Wholesale Electricity PricesThese prices are updated to reflect the wholesale power price that electricity suppliers are paying
Wholesale electricity prices have progressed since the early 1990′s when the UK’s electricity industry evolved from a government controlled monopoly to a fully competitive market giving customers the freedom to choose their energy supplier. In the process a commodity market for wholesale electricity transactions was established. Here electricity is traded in large volumes, mostly between electricity producers selling the output of their power stations and electricity suppliers buying what their customers need. When power is traded in the UK market, it may be quoted in megawatt hours (MWh).
UK Wholesale Power - Day Ahead PricesThis chart shows the price of electricity on the wholesale market in GB for delivery the next working day
Last Updated 20.08.20
Day ahead power prices are available for delivery the next working day and typically reflect the true market rate as the conditions that make up the price are not influenced by long term events.
UK Wholesale Power - Season Ahead Prices - Winter 2020This chart shows the price of electricity on the wholesale market in GB for delivery the next month
Last Updated 20.08.20
Unlike other markets that use a forward curve for pricing contracts for delivery at different points in time, the fact that electricity cannot be stored means that the traditional methods of pricing a forward contract (i.e spot price plus net carry) do not apply. As a result expected levels of supply and demand determine the forward price in £/MWh.
UK Wholesale Power - Year Ahead Prices - Win20+Sum21This chart tracks the prices of the next front season
Last Updated 20.08.20
Competition in the electricity and gas markets was phased in over an eight-year period, due to the sheer size of the task in terms of the number of customers and the technical complexities involved. In April 1990 the first tranche of the electricity market, covering about 5,000 large customers with a maximum demand of 1 MW and above, was opened to competition. Ten years later 81% of customers in this market were supplied by a non-local supplier.
UK Wholesale Electricity Prices Market
In 1991 British Gas also opened their market to competition with the first tranche affecting customers with a consumption in excess of 25,000 therms per annum. The second tranche of the gas market was opened between 1992 and 1995, dependent on location and affected customers with a consumption of between 2,500 therms and 25,000 therms per annum. In April 1994 the second tranche of the electricity market, covering about 50,000 medium size customers with a maximum demand of 100 kW-1MW, was opened to competition. This market competition has also developed well and now more than 50% of customers are supplied by a non-local supplier.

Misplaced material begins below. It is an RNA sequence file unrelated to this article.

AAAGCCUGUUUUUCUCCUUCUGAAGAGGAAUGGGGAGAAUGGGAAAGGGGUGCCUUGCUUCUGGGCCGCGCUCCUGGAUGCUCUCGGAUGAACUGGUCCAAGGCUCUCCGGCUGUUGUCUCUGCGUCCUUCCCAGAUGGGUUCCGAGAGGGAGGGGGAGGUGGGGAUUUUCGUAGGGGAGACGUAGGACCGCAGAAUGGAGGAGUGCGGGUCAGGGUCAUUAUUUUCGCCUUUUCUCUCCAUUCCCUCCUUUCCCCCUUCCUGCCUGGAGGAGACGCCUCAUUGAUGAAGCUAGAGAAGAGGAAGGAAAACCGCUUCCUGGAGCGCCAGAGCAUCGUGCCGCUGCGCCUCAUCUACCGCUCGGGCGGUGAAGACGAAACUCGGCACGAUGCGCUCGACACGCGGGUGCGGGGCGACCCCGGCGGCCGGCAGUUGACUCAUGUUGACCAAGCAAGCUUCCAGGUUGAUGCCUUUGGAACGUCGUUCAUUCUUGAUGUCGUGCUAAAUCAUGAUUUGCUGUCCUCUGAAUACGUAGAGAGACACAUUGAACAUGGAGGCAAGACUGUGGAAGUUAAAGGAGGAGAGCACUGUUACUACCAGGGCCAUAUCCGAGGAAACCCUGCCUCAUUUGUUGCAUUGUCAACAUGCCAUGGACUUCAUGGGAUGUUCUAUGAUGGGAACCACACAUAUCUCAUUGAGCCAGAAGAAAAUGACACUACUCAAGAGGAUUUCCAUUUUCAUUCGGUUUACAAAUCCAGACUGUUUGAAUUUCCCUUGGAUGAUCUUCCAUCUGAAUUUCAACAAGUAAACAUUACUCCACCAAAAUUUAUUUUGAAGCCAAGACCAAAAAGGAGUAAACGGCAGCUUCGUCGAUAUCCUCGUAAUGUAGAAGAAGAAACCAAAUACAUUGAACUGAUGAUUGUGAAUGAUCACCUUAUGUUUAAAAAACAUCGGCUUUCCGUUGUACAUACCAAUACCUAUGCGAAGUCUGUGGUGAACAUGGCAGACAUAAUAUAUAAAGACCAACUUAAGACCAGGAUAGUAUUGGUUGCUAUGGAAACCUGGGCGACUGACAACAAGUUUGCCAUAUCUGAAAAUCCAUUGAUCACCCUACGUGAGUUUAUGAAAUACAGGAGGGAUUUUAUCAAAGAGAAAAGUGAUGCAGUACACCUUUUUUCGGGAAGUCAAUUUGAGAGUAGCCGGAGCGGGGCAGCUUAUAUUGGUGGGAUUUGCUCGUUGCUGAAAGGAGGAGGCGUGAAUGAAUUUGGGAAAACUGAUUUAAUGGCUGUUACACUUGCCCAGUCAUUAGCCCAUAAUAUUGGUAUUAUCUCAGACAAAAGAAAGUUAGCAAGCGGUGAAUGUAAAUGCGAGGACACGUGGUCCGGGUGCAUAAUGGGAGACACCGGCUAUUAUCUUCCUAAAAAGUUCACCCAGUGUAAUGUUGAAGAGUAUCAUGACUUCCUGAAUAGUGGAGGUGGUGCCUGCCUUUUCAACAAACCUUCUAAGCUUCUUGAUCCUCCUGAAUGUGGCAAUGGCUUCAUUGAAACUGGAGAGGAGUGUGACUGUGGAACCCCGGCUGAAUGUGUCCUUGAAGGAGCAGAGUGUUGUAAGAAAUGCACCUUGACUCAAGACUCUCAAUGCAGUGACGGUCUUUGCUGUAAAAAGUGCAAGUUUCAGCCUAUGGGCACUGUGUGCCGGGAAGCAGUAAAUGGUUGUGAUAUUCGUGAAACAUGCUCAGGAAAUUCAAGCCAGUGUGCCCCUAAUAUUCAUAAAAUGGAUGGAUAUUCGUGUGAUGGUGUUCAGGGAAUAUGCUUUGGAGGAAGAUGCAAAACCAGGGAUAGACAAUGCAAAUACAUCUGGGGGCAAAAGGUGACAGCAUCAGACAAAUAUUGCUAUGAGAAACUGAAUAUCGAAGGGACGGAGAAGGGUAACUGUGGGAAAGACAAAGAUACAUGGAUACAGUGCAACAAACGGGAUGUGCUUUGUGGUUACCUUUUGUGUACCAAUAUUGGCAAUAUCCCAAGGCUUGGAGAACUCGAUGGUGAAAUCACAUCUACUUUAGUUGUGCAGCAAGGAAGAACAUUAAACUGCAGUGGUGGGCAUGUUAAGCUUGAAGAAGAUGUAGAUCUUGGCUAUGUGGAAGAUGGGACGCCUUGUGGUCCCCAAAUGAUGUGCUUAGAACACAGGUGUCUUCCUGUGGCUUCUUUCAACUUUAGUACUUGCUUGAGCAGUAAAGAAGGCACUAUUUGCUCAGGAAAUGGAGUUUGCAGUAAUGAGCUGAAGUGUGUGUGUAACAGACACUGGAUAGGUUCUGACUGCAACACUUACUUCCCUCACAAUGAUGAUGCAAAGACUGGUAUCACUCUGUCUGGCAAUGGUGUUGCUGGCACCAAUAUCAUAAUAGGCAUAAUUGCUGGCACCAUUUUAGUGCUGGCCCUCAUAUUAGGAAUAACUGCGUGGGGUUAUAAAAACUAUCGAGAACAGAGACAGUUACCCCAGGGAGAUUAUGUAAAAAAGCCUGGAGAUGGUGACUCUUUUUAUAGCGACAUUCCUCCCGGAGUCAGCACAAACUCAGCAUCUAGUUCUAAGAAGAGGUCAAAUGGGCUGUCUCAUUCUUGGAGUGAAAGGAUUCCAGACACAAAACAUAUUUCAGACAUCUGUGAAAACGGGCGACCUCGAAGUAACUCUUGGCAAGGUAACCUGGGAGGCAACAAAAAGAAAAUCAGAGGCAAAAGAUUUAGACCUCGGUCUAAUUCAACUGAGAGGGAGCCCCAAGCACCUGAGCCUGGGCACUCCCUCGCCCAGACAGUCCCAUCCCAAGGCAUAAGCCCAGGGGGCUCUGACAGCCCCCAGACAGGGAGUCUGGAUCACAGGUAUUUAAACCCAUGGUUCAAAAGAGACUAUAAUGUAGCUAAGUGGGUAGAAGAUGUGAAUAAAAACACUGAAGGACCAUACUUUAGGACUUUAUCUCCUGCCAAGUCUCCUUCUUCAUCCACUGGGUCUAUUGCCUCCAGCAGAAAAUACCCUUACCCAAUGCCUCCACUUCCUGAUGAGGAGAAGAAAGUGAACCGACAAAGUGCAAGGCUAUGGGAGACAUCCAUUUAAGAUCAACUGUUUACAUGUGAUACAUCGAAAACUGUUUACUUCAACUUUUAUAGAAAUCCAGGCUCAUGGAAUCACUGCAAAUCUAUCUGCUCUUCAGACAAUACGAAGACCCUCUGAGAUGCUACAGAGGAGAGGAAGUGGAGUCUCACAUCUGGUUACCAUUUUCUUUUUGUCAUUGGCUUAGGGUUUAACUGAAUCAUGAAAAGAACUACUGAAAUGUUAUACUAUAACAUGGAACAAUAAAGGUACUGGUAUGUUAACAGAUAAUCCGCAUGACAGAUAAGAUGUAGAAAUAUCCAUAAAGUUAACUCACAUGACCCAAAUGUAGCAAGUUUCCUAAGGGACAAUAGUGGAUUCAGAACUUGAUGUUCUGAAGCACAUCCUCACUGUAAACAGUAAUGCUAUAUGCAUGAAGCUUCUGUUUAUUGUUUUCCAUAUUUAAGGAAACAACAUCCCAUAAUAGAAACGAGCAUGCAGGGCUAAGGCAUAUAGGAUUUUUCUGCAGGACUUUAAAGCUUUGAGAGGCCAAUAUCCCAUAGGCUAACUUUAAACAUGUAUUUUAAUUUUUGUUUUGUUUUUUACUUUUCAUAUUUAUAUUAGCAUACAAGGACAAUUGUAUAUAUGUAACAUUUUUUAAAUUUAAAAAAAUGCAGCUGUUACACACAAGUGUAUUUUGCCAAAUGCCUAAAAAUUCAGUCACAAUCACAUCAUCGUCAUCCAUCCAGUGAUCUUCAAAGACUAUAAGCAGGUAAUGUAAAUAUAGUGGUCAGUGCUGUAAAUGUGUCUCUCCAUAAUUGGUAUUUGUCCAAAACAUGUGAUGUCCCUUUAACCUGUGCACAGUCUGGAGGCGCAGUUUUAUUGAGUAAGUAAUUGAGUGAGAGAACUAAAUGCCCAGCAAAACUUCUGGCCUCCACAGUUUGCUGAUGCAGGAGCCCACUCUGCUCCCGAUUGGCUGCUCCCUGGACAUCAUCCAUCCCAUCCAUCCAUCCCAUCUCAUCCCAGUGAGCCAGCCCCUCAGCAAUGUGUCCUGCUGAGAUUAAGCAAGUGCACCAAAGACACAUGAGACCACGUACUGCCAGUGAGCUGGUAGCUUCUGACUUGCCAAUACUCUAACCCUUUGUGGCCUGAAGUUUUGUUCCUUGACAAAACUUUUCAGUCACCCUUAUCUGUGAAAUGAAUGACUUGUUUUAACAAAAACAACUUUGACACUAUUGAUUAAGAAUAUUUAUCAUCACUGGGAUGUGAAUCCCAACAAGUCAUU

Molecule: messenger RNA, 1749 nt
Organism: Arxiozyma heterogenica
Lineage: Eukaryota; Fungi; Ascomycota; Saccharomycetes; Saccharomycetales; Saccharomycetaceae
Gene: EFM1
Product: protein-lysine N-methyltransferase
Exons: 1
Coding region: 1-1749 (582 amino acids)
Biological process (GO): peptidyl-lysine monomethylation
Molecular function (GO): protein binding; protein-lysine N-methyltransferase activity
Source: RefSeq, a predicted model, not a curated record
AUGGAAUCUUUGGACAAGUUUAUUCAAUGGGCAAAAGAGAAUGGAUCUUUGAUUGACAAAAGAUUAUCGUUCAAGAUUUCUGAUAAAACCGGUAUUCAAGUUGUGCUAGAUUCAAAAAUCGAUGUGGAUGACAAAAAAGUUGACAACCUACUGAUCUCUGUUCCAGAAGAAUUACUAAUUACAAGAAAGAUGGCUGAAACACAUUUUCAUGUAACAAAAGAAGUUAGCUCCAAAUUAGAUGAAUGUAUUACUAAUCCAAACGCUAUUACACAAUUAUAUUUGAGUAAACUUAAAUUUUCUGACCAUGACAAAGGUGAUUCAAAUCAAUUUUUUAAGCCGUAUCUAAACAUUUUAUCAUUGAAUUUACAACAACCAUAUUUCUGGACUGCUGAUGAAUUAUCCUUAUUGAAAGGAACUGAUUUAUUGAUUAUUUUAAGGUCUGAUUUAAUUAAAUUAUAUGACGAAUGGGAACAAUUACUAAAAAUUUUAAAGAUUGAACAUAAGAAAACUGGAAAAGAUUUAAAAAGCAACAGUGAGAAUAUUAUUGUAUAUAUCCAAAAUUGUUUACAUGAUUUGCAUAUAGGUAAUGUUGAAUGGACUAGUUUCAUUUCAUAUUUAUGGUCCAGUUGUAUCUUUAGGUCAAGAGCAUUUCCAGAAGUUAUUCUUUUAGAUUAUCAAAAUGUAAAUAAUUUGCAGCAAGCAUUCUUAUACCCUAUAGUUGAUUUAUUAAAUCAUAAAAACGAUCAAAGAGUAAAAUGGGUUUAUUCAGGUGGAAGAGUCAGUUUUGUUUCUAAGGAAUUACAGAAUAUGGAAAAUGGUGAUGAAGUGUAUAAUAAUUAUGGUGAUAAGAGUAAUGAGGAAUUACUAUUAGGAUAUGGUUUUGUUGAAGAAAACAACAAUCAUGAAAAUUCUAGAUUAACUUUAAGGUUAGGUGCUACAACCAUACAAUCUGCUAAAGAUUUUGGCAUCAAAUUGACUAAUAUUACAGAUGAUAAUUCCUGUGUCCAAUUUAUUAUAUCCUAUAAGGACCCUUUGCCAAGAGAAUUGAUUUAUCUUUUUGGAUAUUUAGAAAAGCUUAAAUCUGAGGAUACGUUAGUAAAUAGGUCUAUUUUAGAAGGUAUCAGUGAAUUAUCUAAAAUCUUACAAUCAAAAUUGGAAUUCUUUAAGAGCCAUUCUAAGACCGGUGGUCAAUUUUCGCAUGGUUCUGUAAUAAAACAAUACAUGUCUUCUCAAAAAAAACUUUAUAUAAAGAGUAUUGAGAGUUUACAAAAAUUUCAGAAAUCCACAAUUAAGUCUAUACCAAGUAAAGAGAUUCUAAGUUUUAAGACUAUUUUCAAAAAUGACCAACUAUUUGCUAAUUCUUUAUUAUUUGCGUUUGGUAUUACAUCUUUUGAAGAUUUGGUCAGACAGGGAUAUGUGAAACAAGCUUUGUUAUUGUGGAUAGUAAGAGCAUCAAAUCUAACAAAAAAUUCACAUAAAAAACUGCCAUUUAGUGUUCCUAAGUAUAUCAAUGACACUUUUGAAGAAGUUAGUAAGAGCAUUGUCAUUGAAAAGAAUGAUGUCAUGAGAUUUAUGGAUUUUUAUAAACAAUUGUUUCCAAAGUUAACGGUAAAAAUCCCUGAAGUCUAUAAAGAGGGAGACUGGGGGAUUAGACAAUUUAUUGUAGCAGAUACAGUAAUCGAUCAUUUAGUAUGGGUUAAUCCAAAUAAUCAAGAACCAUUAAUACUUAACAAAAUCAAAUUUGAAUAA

The Last Group – Wholesale Electricity Prices
The last and the largest tranche of the commercial electricity market covering about 26 million customers with an annual consumption of up to 12,000 kWh, so-called ‘designated customers’, including domestic and small business customers, was progressively opened up for competition between September 1998 and May 1999. Slightly earlier, in May 1998 the domestic gas market, some 18 million customers, was fully opened to competition. By the start of 2001 around 11 million (38%) of domestic customers had switched supplier at least once. Today daily energy trading takes place which determines the current, and future wholesale electricity prices on the market. All of our wholesale electricity prices graph reports and wholesale electricity prices historical can be found in our reporting section of our site along with our wholesale electricity prices Europe report and detailed analysis on wholesale electricity prices 2012 through to the present day.
Are wholesale electricity prices falling?
Wholesale electricity is a futures commodity and as such electricity can be purchased or sold at a predetermined price at a specified time in the future. Because of this reason electricity has many different time frames that it can be purchased so prices rise and fall on a daily basis depending on the time frame of purchase.